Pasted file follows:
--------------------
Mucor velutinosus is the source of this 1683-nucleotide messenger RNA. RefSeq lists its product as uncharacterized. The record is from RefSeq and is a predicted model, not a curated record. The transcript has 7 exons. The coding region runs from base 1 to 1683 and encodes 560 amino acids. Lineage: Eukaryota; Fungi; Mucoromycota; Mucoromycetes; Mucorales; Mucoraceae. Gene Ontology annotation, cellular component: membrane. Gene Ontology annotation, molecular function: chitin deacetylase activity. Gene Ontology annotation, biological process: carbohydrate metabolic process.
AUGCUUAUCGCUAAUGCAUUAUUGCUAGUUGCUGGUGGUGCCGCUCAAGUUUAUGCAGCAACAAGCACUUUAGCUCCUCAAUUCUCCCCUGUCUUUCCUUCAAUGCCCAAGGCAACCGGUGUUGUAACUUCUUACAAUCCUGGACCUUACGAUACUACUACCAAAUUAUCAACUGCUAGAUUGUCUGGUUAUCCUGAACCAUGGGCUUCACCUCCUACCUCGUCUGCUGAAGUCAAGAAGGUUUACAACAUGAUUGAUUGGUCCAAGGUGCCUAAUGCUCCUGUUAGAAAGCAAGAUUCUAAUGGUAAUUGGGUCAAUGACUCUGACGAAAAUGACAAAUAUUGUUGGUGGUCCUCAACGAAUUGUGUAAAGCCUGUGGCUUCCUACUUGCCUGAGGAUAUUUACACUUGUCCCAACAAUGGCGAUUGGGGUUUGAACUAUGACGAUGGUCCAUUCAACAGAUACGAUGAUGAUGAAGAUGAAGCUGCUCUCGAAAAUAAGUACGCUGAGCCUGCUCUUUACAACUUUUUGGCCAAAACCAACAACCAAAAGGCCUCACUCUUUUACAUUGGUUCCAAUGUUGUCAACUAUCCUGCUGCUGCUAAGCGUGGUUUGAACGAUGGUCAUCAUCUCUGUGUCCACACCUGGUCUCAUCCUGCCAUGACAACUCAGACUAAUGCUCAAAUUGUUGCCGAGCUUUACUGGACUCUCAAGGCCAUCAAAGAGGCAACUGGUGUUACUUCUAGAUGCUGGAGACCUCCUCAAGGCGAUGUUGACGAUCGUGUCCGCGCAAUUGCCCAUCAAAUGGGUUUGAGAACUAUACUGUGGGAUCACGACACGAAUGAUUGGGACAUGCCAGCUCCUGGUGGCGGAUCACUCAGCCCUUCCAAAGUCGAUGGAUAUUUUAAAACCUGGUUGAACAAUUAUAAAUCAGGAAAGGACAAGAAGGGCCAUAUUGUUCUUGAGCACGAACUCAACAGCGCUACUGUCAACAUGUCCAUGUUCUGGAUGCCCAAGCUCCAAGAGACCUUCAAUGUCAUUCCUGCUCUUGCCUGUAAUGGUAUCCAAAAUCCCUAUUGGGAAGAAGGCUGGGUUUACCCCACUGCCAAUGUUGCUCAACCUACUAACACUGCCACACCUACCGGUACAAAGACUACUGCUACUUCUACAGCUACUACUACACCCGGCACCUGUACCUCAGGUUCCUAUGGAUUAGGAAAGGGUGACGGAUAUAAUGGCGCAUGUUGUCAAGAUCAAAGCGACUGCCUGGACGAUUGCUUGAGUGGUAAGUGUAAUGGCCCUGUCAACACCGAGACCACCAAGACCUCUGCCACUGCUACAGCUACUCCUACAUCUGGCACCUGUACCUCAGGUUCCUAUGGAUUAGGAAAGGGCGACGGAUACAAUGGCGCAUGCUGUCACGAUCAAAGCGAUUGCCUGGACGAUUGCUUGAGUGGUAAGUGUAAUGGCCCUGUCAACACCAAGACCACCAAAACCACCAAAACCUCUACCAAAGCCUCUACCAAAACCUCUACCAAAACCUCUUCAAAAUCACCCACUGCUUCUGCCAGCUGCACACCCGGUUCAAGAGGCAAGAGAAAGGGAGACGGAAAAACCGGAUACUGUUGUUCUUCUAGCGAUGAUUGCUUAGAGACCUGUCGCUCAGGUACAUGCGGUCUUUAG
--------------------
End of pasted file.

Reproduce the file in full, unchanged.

Mucor velutinosus is the source of this 1683-nucleotide messenger RNA. RefSeq lists its product as uncharacterized. The record is from RefSeq and is a predicted model, not a curated record. The transcript has 7 exons. The coding region runs from base 1 to 1683 and encodes 560 amino acids. Lineage: Eukaryota; Fungi; Mucoromycota; Mucoromycetes; Mucorales; Mucoraceae. Gene Ontology annotation, cellular component: membrane. Gene Ontology annotation, molecular function: chitin deacetylase activity. Gene Ontology annotation, biological process: carbohydrate metabolic process.
AUGCUUAUCGCUAAUGCAUUAUUGCUAGUUGCUGGUGGUGCCGCUCAAGUUUAUGCAGCAACAAGCACUUUAGCUCCUCAAUUCUCCCCUGUCUUUCCUUCAAUGCCCAAGGCAACCGGUGUUGUAACUUCUUACAAUCCUGGACCUUACGAUACUACUACCAAAUUAUCAACUGCUAGAUUGUCUGGUUAUCCUGAACCAUGGGCUUCACCUCCUACCUCGUCUGCUGAAGUCAAGAAGGUUUACAACAUGAUUGAUUGGUCCAAGGUGCCUAAUGCUCCUGUUAGAAAGCAAGAUUCUAAUGGUAAUUGGGUCAAUGACUCUGACGAAAAUGACAAAUAUUGUUGGUGGUCCUCAACGAAUUGUGUAAAGCCUGUGGCUUCCUACUUGCCUGAGGAUAUUUACACUUGUCCCAACAAUGGCGAUUGGGGUUUGAACUAUGACGAUGGUCCAUUCAACAGAUACGAUGAUGAUGAAGAUGAAGCUGCUCUCGAAAAUAAGUACGCUGAGCCUGCUCUUUACAACUUUUUGGCCAAAACCAACAACCAAAAGGCCUCACUCUUUUACAUUGGUUCCAAUGUUGUCAACUAUCCUGCUGCUGCUAAGCGUGGUUUGAACGAUGGUCAUCAUCUCUGUGUCCACACCUGGUCUCAUCCUGCCAUGACAACUCAGACUAAUGCUCAAAUUGUUGCCGAGCUUUACUGGACUCUCAAGGCCAUCAAAGAGGCAACUGGUGUUACUUCUAGAUGCUGGAGACCUCCUCAAGGCGAUGUUGACGAUCGUGUCCGCGCAAUUGCCCAUCAAAUGGGUUUGAGAACUAUACUGUGGGAUCACGACACGAAUGAUUGGGACAUGCCAGCUCCUGGUGGCGGAUCACUCAGCCCUUCCAAAGUCGAUGGAUAUUUUAAAACCUGGUUGAACAAUUAUAAAUCAGGAAAGGACAAGAAGGGCCAUAUUGUUCUUGAGCACGAACUCAACAGCGCUACUGUCAACAUGUCCAUGUUCUGGAUGCCCAAGCUCCAAGAGACCUUCAAUGUCAUUCCUGCUCUUGCCUGUAAUGGUAUCCAAAAUCCCUAUUGGGAAGAAGGCUGGGUUUACCCCACUGCCAAUGUUGCUCAACCUACUAACACUGCCACACCUACCGGUACAAAGACUACUGCUACUUCUACAGCUACUACUACACCCGGCACCUGUACCUCAGGUUCCUAUGGAUUAGGAAAGGGUGACGGAUAUAAUGGCGCAUGUUGUCAAGAUCAAAGCGACUGCCUGGACGAUUGCUUGAGUGGUAAGUGUAAUGGCCCUGUCAACACCGAGACCACCAAGACCUCUGCCACUGCUACAGCUACUCCUACAUCUGGCACCUGUACCUCAGGUUCCUAUGGAUUAGGAAAGGGCGACGGAUACAAUGGCGCAUGCUGUCACGAUCAAAGCGAUUGCCUGGACGAUUGCUUGAGUGGUAAGUGUAAUGGCCCUGUCAACACCAAGACCACCAAAACCACCAAAACCUCUACCAAAGCCUCUACCAAAACCUCUACCAAAACCUCUUCAAAAUCACCCACUGCUUCUGCCAGCUGCACACCCGGUUCAAGAGGCAAGAGAAAGGGAGACGGAAAAACCGGAUACUGUUGUUCUUCUAGCGAUGAUUGCUUAGAGACCUGUCGCUCAGGUACAUGCGGUCUUUAG